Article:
Breaking Down Borders
"His smile absolutely made my day, and seeing how much the kids look up to him was incredible.”
Isabela Dobbs grew up in Atlanta, GA and attends a large, diverse high school. Every summer, her youth group takes a mission trip to Nicaragua. Here, students build houses for a community and make amazing relationships with Nicaraguans. Isabela was amazed by how people could form such incredible bonds even though they were separated by a language boundary. These two groups of people were so different, yet they seemed to enjoy each other’s company and create friendships. She noticed how this was not the case at her school. She noticed that everyone seemed to remain in their friend groups and expressed little effort to hang out with new people. Her school, so big, included people of different interests, races, and socioeconomic backgrounds.
She wanted to break the boundary created by neighborhoods in Atlanta and intermix different people. A mentorship program for middle schoolers living in different parts of Atlanta would help break that barrier by allowing others to realize one’s background doesn’t define them and people can still make long-lasting friendships across geographic and socioeconomic lines. Isabela partnered with the Agape Youth & Family Center. Agape is an organization that attempts to break the poverty cycle in a specific area of Atlanta. They do so by providing students with tutoring and many other programs to create responsible, educated students of low income families. With “Breaking Down Borders,” Isabela hopes to create new relationships among kids with different socioeconomic backgrounds in Atlanta.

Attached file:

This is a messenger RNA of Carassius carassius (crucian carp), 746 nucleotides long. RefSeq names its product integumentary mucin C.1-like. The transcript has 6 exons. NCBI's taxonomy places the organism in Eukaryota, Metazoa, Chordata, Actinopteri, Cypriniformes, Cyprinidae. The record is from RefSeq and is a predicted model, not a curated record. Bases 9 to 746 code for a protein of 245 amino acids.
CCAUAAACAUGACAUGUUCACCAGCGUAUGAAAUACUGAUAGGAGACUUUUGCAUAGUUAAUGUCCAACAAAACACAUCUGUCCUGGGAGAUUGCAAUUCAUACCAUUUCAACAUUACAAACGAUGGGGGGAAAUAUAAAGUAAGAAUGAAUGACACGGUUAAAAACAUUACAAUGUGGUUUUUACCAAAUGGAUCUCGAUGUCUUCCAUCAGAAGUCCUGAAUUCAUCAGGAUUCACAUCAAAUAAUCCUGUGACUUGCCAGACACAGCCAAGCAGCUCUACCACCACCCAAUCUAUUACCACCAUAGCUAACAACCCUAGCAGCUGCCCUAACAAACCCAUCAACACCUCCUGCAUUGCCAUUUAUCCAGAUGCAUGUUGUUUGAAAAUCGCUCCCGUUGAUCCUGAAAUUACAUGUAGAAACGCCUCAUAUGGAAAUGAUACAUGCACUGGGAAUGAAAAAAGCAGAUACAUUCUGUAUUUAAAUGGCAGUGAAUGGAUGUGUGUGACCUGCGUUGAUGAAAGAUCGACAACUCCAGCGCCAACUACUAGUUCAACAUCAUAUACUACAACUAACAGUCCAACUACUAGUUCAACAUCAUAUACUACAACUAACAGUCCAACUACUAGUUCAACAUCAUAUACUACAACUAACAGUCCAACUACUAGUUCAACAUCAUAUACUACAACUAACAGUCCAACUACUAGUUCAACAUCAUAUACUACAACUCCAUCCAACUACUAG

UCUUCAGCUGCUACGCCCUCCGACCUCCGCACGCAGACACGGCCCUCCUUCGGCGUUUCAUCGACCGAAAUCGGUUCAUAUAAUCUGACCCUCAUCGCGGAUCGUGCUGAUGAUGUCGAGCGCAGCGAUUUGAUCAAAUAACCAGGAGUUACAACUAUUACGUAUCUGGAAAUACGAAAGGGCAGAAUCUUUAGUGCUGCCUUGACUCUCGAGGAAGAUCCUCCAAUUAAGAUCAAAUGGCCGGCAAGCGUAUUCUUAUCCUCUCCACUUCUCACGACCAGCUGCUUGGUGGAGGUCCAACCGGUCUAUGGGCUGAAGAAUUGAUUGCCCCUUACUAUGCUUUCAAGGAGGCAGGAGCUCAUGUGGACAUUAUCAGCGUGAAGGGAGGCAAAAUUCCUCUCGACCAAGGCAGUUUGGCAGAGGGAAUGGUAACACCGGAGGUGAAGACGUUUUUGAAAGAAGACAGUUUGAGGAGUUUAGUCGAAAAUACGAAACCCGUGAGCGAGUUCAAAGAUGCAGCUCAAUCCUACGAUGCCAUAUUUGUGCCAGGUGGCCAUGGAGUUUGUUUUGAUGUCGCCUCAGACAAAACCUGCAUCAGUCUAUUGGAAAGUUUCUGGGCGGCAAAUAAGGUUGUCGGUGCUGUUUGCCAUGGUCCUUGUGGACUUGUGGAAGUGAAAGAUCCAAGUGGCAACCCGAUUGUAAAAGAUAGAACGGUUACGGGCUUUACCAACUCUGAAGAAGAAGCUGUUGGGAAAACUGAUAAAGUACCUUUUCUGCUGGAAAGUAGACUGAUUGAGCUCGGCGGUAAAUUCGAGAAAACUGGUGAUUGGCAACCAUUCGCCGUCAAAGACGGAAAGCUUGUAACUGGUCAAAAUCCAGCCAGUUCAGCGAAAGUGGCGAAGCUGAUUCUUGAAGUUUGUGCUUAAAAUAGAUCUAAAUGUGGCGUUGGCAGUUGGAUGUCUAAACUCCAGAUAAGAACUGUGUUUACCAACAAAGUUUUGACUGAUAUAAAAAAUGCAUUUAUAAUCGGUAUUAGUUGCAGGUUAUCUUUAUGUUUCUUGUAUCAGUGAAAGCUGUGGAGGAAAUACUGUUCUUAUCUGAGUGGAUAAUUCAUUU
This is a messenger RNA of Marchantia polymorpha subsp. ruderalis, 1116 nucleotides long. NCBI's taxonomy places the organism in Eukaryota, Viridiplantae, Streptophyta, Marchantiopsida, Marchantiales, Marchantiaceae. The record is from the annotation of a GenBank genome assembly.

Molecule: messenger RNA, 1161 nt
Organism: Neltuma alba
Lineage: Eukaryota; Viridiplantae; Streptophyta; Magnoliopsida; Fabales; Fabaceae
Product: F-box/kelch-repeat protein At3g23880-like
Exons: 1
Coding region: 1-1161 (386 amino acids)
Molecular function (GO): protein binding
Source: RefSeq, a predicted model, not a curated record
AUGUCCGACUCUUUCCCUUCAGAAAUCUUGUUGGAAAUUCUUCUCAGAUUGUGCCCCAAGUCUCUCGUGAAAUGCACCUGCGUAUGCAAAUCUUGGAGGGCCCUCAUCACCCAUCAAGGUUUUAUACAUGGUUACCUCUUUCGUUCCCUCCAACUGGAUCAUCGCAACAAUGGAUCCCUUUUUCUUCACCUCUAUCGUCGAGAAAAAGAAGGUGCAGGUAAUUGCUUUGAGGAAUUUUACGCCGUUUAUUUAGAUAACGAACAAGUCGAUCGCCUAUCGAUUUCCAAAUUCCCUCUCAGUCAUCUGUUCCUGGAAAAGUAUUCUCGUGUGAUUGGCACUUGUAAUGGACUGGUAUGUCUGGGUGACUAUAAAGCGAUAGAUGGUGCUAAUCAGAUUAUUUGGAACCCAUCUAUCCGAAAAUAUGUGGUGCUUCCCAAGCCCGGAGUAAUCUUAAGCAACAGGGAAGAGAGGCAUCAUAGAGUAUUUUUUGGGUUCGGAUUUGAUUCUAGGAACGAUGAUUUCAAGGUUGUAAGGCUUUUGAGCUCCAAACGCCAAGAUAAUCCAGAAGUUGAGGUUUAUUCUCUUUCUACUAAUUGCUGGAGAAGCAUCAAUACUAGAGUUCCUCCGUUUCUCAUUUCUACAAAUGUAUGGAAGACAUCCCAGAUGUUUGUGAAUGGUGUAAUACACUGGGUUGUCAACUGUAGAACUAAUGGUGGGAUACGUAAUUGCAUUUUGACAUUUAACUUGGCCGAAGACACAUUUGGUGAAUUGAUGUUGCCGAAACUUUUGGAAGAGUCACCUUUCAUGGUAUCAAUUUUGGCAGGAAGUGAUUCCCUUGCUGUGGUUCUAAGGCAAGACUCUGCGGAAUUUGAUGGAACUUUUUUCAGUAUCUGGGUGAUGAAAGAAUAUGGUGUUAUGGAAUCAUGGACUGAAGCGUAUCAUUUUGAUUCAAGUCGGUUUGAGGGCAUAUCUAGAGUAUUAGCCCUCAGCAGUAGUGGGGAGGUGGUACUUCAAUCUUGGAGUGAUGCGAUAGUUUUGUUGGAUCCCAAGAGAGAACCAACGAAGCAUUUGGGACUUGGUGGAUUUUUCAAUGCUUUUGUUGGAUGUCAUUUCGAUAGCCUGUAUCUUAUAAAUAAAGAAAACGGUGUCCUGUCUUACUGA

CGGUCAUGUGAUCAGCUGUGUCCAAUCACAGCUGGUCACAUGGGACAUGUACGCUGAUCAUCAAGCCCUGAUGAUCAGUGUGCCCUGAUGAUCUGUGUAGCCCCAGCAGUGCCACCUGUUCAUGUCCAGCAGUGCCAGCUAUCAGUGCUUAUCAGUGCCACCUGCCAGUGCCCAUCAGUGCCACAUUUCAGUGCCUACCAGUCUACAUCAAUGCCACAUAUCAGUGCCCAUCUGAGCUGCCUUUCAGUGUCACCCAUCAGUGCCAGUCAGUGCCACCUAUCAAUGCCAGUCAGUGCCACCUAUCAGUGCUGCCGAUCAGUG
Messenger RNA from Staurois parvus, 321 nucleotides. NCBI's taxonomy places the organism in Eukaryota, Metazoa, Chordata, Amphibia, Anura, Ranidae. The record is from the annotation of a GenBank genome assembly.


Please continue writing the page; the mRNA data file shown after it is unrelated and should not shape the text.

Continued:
“I partnered with the Agape Youth and Family Center because I thought it would be cool to make these relationships with kids that live in the same area as me and I might see at school.”
– Isabela Dobbs
Implementation of the Project
Isabela contacted the youth program coordinator at Agape (Marlon) to talk about creating a mentorship program with Agape’s students. Marlon loved the idea of having North Atlanta High School Students mentoring kids who attended the feeder schools of such high school. The two of them set a date and set up 2 action days during Agape’s summer camp.
The action days would take place during the kids’ educational period; as a result, Isabela needed to find a topic to discuss or teach the students. She soon had the perfect idea: leadership! Isabela planned to have 15 students and 15 kids to mentor and have one on one conversations with. Getting these 15 students together wasn’t as easy as she thought. Since her action days were during the summer, a lot of people had undependable schedules or were out of town. Instead, Isabela prepared to have a leadership workshop taught by the high school students. This maximized the amount of kids they could reach without having to scramble last minute for more volunteers. When the action days came around, students talked about leadership, played games, and hung out with the middle-schoolers.
“The kids seemed very comfortable around us and had little trouble opening up. They had absolutely no trouble when it came to cracking jokes and having fun.”
– Isabela Dobbs
Results of Project
Isabela and her action team enjoyed spending time with the Agape students and teaching them about leadership. Isabela had about 10 volunteers and mentored roughly 20 students. The leadership workshop occurred over 2 days. The mentees were all middle school students who attend Sutton Middle School. This particular middle school feeds into Isabela’s current high school. Overall, the Agape students were educated about leadership by older students.
“The best part was seeing the Agape students hand their counselor a sheet of paper that listed all the characteristics that made him a leader. His smile absolutely made my day, and seeing how much the kids look up to him was incredible.”
– Isabela Dobbs
Isabela plans to continue working with Agape throughout her junior and senior year. Specifically, she plans to meet with these children once a month during the school year. She hopes that the amount of people who participate in Breaking Down Borders will grow and eventually evolve into a one-on-one mentorship with these middle school students. Every summer, Isabela plans to continue doing mission work in Nicaragua.